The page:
Having trouble starting a fitness routine? Here are some tips.
With all of life’s responsibilities, it can sometimes feel impossible to carve out time for working out. Suddenly you find that the active lifestyle of your 20s is a thing of the past, and you’re now approaching your 40s or 50s and haven’t truly exercised in years.
If you’ve found less and less time to work out and feel like the damage has been done, think again. According to a recent study published in the journal Cardiology, it’s not too late to start.
The study found that increasing physical activity later in adulthood – even after maintaining an inactive lifestyle throughout your 20s and 30s – provides comparable health benefits to those who have been active all their life. These benefits included lower risk of cardiovascular disease, cancer and other causes of death.
Those who spend a total of 150 minutes per week doing moderate activity, like gardening or taking a brisk walk, or 75 minutes of vigorous activity, like running, swimming or aerobics, can begin to see the payoff.
“I do agree there are great benefits to exercising and starting at any time,” says Dr. Benjamin Abeyta, a sports medicine physician at Aurora Health Care in Wauwatosa, Wisconsin. “I also agree that mortality is improved with activity started at any level, but morbidity (all the other things that won’t kill you but make your life harder or miserable) will be much less the earlier you start.”
“When you find that becomes too easy, you can increase the duration and intensity as you like, but by starting slow, you won’t become overly sore and regret the activity,” he says.
By becoming more physically active, you’ll feel better, be healthier and decrease your likelihood of developing serious health complications as you get older. Abeyta says,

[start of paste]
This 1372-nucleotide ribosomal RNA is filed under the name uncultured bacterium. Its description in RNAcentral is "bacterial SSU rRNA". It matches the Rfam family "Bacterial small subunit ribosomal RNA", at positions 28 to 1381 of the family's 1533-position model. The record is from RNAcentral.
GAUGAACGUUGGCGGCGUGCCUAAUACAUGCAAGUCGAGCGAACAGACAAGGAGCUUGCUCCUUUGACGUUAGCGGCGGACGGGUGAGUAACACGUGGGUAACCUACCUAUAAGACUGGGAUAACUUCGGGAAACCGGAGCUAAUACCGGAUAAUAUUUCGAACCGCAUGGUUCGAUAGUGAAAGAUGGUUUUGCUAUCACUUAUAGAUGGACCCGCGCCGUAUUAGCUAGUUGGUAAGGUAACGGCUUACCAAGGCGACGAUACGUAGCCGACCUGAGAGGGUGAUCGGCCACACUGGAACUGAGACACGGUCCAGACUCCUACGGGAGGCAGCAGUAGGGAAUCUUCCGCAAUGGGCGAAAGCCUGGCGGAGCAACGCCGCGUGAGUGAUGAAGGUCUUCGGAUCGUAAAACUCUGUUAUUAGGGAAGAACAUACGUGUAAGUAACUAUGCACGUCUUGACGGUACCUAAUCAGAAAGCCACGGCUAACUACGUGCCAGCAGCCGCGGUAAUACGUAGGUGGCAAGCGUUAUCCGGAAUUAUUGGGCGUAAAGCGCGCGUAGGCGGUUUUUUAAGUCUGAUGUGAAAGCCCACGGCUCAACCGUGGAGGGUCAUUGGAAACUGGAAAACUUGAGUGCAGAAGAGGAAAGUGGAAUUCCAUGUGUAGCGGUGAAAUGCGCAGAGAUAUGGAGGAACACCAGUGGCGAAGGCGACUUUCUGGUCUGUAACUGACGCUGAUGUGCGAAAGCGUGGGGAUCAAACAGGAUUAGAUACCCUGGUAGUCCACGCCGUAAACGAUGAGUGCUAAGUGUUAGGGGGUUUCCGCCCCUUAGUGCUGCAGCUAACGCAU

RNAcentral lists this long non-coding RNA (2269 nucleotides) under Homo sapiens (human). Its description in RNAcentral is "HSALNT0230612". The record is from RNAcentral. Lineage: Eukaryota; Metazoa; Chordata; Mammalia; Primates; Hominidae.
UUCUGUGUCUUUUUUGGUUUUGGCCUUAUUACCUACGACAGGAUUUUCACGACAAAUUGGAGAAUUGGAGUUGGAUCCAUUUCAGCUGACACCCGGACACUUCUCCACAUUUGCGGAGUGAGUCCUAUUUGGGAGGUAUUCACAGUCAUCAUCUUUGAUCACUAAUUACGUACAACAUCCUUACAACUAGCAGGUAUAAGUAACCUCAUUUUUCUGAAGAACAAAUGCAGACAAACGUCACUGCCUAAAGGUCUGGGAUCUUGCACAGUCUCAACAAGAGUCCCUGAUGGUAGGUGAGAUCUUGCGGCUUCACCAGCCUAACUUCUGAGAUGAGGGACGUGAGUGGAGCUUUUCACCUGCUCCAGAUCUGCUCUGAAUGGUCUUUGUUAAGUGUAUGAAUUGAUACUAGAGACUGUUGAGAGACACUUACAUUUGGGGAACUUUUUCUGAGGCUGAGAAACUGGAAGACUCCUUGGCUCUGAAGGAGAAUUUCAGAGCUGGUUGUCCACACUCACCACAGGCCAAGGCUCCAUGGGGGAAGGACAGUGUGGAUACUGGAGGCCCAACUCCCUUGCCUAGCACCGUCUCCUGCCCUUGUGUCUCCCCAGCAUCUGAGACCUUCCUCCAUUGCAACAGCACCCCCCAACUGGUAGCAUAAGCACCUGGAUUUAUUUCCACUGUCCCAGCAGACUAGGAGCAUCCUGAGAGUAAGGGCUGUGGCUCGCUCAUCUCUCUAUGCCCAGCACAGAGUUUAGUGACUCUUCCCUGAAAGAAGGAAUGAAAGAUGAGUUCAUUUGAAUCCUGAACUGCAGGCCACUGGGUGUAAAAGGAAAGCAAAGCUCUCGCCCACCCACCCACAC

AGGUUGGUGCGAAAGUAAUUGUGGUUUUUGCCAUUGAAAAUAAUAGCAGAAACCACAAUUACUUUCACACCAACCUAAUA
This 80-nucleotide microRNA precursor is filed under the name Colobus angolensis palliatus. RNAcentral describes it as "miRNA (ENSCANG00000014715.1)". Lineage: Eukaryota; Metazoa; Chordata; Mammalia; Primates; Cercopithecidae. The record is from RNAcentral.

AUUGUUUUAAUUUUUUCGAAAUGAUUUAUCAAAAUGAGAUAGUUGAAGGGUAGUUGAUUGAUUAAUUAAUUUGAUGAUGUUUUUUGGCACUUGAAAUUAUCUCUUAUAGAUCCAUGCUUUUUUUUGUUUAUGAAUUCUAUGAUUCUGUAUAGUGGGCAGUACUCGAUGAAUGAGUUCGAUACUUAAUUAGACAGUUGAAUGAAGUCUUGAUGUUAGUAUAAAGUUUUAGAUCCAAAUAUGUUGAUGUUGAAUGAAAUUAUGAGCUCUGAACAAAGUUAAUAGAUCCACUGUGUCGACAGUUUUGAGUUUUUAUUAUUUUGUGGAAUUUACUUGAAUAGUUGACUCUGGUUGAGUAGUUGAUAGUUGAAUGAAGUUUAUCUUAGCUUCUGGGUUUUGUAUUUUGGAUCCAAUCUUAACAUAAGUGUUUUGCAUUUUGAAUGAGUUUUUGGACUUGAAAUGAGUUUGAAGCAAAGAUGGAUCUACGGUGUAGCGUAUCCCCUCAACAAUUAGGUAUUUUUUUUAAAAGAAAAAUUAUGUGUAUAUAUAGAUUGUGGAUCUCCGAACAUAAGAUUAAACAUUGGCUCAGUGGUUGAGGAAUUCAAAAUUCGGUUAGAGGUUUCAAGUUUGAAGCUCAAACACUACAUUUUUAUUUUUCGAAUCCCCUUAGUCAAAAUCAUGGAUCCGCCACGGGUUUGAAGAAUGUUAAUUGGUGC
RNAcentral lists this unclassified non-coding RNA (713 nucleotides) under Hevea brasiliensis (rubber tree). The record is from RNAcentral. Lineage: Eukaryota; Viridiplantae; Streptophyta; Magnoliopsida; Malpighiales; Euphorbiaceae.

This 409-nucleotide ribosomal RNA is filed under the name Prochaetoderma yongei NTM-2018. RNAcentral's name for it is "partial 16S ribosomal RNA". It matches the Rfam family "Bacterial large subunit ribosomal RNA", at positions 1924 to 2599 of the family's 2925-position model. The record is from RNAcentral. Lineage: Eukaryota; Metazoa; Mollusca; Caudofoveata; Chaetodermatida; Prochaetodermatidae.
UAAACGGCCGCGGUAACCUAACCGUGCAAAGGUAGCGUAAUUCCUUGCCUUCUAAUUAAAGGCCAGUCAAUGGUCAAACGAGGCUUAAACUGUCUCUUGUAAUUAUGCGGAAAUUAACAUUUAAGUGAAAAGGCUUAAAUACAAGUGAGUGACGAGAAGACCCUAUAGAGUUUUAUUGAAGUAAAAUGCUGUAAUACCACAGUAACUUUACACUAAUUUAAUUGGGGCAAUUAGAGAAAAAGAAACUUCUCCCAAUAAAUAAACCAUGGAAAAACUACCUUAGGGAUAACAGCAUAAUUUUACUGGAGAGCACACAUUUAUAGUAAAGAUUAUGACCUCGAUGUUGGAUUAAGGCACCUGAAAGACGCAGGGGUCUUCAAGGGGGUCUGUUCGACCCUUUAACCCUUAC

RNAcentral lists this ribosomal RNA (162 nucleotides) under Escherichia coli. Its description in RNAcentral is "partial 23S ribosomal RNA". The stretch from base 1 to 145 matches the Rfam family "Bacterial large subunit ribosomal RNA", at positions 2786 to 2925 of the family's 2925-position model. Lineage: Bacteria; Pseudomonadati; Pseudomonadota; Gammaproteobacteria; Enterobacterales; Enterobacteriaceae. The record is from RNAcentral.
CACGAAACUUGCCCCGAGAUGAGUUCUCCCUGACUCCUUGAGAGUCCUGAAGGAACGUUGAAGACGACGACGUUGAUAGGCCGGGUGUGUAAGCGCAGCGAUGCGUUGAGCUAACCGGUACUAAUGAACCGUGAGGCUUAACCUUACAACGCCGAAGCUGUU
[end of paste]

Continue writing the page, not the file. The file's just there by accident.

“When one has been more sedentary for a longer time, it’s important to talk to a sports medicine physician or your primary care physician prior to getting started to avoid injuries and decrease risk of complications from medical issues,” he says.
To receive the maximum benefit, you should select a combination of aerobic physical activity and muscle-strengthening activities. Below are examples to help you get started:
Moderate-Intensity Aerobic Activities
- Brisk walking (2.5 miles per hour)
- Recreational swimming
- Bicycling slower than 10 miles per hour on level terrain
- Doubles tennis
- Ballroom or line dancing
- General yard work or home repair work
- Classes like water aerobics
Vigorous-Intensity Aerobic Activities
- Jogging or running
- Swimming laps
- Singles tennis
- Vigorous dancing
- Bicycling faster than 10 miles per hour
- Jumping rope
- Heavy yard work that increases your heart rate
- Hiking uphill
- High-intensity interval training (HIIT)
- Classes like step aerobics or kickboxing
- Lifting weights
- Working with resistance bands
- Push-ups, pull-ups and planks
- Carrying heavy loads
- Heavy gardening
Concerned about your weight? Take a quiz to learn whether you’re within an ideal range and how the number may be affecting your life and future.
About the Author
Carla Basiliere, health enews contributor, is a seasoned communications professional with over 15 years of experience in the health care industry. Carla has a BS degree in Mass Communications from the University of Minnesota Mankato. In her free time, Carla enjoys spending time outdoors with family and friends.